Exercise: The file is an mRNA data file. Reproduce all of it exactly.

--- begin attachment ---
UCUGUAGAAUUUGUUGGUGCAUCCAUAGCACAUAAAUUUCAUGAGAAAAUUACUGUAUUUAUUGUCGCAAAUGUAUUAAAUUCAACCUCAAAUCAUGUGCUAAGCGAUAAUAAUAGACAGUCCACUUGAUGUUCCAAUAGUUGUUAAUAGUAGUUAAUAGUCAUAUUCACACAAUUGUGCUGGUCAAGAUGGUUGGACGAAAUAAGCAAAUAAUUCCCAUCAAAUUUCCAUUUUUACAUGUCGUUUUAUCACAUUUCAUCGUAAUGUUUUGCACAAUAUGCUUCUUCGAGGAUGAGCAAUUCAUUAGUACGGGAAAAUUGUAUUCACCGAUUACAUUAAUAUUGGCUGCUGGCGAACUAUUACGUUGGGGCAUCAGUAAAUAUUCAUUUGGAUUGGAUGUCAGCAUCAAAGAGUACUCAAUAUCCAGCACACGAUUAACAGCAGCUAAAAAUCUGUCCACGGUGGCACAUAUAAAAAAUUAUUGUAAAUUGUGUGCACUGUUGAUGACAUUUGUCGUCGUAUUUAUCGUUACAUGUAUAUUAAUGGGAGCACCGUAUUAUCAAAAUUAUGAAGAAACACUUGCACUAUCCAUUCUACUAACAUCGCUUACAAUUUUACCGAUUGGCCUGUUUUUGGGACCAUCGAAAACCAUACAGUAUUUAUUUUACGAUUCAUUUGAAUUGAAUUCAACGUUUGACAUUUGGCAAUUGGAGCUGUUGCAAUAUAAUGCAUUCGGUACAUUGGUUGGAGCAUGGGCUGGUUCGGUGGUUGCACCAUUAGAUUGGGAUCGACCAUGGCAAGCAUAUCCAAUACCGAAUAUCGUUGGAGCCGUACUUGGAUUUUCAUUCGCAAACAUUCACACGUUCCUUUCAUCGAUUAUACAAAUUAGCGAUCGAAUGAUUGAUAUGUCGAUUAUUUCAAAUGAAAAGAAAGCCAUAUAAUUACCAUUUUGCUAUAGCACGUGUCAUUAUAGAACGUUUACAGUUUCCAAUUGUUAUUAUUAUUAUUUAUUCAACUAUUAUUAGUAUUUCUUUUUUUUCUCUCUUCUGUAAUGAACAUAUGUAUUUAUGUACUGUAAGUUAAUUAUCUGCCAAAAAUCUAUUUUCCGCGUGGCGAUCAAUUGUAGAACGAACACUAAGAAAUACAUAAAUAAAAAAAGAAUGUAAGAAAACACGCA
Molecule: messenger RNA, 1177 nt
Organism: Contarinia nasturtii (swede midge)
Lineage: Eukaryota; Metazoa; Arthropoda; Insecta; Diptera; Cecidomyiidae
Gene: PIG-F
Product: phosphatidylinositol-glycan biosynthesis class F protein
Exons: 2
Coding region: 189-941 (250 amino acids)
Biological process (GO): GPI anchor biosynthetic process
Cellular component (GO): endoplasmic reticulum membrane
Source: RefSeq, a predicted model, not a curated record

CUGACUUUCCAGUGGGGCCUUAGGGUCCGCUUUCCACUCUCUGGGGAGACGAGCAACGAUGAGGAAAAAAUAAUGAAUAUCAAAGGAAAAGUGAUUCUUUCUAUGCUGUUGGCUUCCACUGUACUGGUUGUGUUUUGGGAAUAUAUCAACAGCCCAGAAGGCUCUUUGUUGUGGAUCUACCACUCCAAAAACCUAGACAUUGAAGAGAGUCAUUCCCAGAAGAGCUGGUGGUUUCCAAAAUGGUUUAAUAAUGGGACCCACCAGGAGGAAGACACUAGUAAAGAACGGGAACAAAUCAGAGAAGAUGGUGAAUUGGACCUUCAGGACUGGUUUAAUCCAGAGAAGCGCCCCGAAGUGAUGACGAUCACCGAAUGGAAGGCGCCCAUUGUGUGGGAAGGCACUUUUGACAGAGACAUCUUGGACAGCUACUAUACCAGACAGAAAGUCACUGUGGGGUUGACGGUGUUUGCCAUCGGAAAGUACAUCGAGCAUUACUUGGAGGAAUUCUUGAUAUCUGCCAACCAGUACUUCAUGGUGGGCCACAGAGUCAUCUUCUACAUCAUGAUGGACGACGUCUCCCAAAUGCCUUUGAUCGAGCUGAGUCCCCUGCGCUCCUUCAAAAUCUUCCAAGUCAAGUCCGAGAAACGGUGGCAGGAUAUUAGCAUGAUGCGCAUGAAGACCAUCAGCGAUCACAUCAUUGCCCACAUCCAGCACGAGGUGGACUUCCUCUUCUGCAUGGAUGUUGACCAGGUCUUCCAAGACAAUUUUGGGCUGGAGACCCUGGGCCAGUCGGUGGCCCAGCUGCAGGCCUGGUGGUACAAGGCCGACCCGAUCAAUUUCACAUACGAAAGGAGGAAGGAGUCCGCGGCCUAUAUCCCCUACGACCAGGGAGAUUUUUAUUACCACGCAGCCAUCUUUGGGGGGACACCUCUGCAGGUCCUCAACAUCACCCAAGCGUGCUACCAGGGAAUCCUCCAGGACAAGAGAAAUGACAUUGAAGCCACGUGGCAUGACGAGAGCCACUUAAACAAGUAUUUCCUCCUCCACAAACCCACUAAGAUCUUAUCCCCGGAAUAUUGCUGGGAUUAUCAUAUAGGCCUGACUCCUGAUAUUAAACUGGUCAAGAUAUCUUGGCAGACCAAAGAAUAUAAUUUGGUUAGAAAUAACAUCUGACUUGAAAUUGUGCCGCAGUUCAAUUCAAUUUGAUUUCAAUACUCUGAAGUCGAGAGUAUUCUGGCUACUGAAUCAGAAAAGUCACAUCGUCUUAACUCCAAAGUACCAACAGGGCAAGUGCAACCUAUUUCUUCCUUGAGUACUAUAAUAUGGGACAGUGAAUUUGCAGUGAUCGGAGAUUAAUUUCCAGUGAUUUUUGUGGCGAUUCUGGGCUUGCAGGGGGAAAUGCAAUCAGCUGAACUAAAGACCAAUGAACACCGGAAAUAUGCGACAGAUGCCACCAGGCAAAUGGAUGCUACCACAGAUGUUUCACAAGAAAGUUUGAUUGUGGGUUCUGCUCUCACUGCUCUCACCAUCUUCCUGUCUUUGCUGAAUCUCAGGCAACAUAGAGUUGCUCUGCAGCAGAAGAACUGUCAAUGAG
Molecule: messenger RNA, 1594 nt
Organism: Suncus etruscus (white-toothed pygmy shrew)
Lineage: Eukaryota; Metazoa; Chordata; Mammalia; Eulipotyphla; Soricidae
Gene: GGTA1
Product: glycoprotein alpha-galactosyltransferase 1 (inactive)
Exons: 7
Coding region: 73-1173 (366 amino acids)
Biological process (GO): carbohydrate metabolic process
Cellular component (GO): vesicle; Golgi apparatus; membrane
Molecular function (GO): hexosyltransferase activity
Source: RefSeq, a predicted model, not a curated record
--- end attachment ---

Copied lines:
UCUGUAGAAUUUGUUGGUGCAUCCAUAGCACAUAAAUUUCAUGAGAAAAUUACUGUAUUUAUUGUCGCAAAUGUAUUAAAUUCAACCUCAAAUCAUGUGCUAAGCGAUAAUAAUAGACAGUCCACUUGAUGUUCCAAUAGUUGUUAAUAGUAGUUAAUAGUCAUAUUCACACAAUUGUGCUGGUCAAGAUGGUUGGACGAAAUAAGCAAAUAAUUCCCAUCAAAUUUCCAUUUUUACAUGUCGUUUUAUCACAUUUCAUCGUAAUGUUUUGCACAAUAUGCUUCUUCGAGGAUGAGCAAUUCAUUAGUACGGGAAAAUUGUAUUCACCGAUUACAUUAAUAUUGGCUGCUGGCGAACUAUUACGUUGGGGCAUCAGUAAAUAUUCAUUUGGAUUGGAUGUCAGCAUCAAAGAGUACUCAAUAUCCAGCACACGAUUAACAGCAGCUAAAAAUCUGUCCACGGUGGCACAUAUAAAAAAUUAUUGUAAAUUGUGUGCACUGUUGAUGACAUUUGUCGUCGUAUUUAUCGUUACAUGUAUAUUAAUGGGAGCACCGUAUUAUCAAAAUUAUGAAGAAACACUUGCACUAUCCAUUCUACUAACAUCGCUUACAAUUUUACCGAUUGGCCUGUUUUUGGGACCAUCGAAAACCAUACAGUAUUUAUUUUACGAUUCAUUUGAAUUGAAUUCAACGUUUGACAUUUGGCAAUUGGAGCUGUUGCAAUAUAAUGCAUUCGGUACAUUGGUUGGAGCAUGGGCUGGUUCGGUGGUUGCACCAUUAGAUUGGGAUCGACCAUGGCAAGCAUAUCCAAUACCGAAUAUCGUUGGAGCCGUACUUGGAUUUUCAUUCGCAAACAUUCACACGUUCCUUUCAUCGAUUAUACAAAUUAGCGAUCGAAUGAUUGAUAUGUCGAUUAUUUCAAAUGAAAAGAAAGCCAUAUAAUUACCAUUUUGCUAUAGCACGUGUCAUUAUAGAACGUUUACAGUUUCCAAUUGUUAUUAUUAUUAUUUAUUCAACUAUUAUUAGUAUUUCUUUUUUUUCUCUCUUCUGUAAUGAACAUAUGUAUUUAUGUACUGUAAGUUAAUUAUCUGCCAAAAAUCUAUUUUCCGCGUGGCGAUCAAUUGUAGAACGAACACUAAGAAAUACAUAAAUAAAAAAAGAAUGUAAGAAAACACGCA
Molecule: messenger RNA, 1177 nt
Organism: Contarinia nasturtii (swede midge)
Lineage: Eukaryota; Metazoa; Arthropoda; Insecta; Diptera; Cecidomyiidae
Gene: PIG-F
Product: phosphatidylinositol-glycan biosynthesis class F protein
Exons: 2
Coding region: 189-941 (250 amino acids)
Biological process (GO): GPI anchor biosynthetic process
Cellular component (GO): endoplasmic reticulum membrane
Source: RefSeq, a predicted model, not a curated record

CUGACUUUCCAGUGGGGCCUUAGGGUCCGCUUUCCACUCUCUGGGGAGACGAGCAACGAUGAGGAAAAAAUAAUGAAUAUCAAAGGAAAAGUGAUUCUUUCUAUGCUGUUGGCUUCCACUGUACUGGUUGUGUUUUGGGAAUAUAUCAACAGCCCAGAAGGCUCUUUGUUGUGGAUCUACCACUCCAAAAACCUAGACAUUGAAGAGAGUCAUUCCCAGAAGAGCUGGUGGUUUCCAAAAUGGUUUAAUAAUGGGACCCACCAGGAGGAAGACACUAGUAAAGAACGGGAACAAAUCAGAGAAGAUGGUGAAUUGGACCUUCAGGACUGGUUUAAUCCAGAGAAGCGCCCCGAAGUGAUGACGAUCACCGAAUGGAAGGCGCCCAUUGUGUGGGAAGGCACUUUUGACAGAGACAUCUUGGACAGCUACUAUACCAGACAGAAAGUCACUGUGGGGUUGACGGUGUUUGCCAUCGGAAAGUACAUCGAGCAUUACUUGGAGGAAUUCUUGAUAUCUGCCAACCAGUACUUCAUGGUGGGCCACAGAGUCAUCUUCUACAUCAUGAUGGACGACGUCUCCCAAAUGCCUUUGAUCGAGCUGAGUCCCCUGCGCUCCUUCAAAAUCUUCCAAGUCAAGUCCGAGAAACGGUGGCAGGAUAUUAGCAUGAUGCGCAUGAAGACCAUCAGCGAUCACAUCAUUGCCCACAUCCAGCACGAGGUGGACUUCCUCUUCUGCAUGGAUGUUGACCAGGUCUUCCAAGACAAUUUUGGGCUGGAGACCCUGGGCCAGUCGGUGGCCCAGCUGCAGGCCUGGUGGUACAAGGCCGACCCGAUCAAUUUCACAUACGAAAGGAGGAAGGAGUCCGCGGCCUAUAUCCCCUACGACCAGGGAGAUUUUUAUUACCACGCAGCCAUCUUUGGGGGGACACCUCUGCAGGUCCUCAACAUCACCCAAGCGUGCUACCAGGGAAUCCUCCAGGACAAGAGAAAUGACAUUGAAGCCACGUGGCAUGACGAGAGCCACUUAAACAAGUAUUUCCUCCUCCACAAACCCACUAAGAUCUUAUCCCCGGAAUAUUGCUGGGAUUAUCAUAUAGGCCUGACUCCUGAUAUUAAACUGGUCAAGAUAUCUUGGCAGACCAAAGAAUAUAAUUUGGUUAGAAAUAACAUCUGACUUGAAAUUGUGCCGCAGUUCAAUUCAAUUUGAUUUCAAUACUCUGAAGUCGAGAGUAUUCUGGCUACUGAAUCAGAAAAGUCACAUCGUCUUAACUCCAAAGUACCAACAGGGCAAGUGCAACCUAUUUCUUCCUUGAGUACUAUAAUAUGGGACAGUGAAUUUGCAGUGAUCGGAGAUUAAUUUCCAGUGAUUUUUGUGGCGAUUCUGGGCUUGCAGGGGGAAAUGCAAUCAGCUGAACUAAAGACCAAUGAACACCGGAAAUAUGCGACAGAUGCCACCAGGCAAAUGGAUGCUACCACAGAUGUUUCACAAGAAAGUUUGAUUGUGGGUUCUGCUCUCACUGCUCUCACCAUCUUCCUGUCUUUGCUGAAUCUCAGGCAACAUAGAGUUGCUCUGCAGCAGAAGAACUGUCAAUGAG
Molecule: messenger RNA, 1594 nt
Organism: Suncus etruscus (white-toothed pygmy shrew)
Lineage: Eukaryota; Metazoa; Chordata; Mammalia; Eulipotyphla; Soricidae
Gene: GGTA1
Product: glycoprotein alpha-galactosyltransferase 1 (inactive)
Exons: 7
Coding region: 73-1173 (366 amino acids)
Biological process (GO): carbohydrate metabolic process
Cellular component (GO): vesicle; Golgi apparatus; membrane
Molecular function (GO): hexosyltransferase activity
Source: RefSeq, a predicted model, not a curated record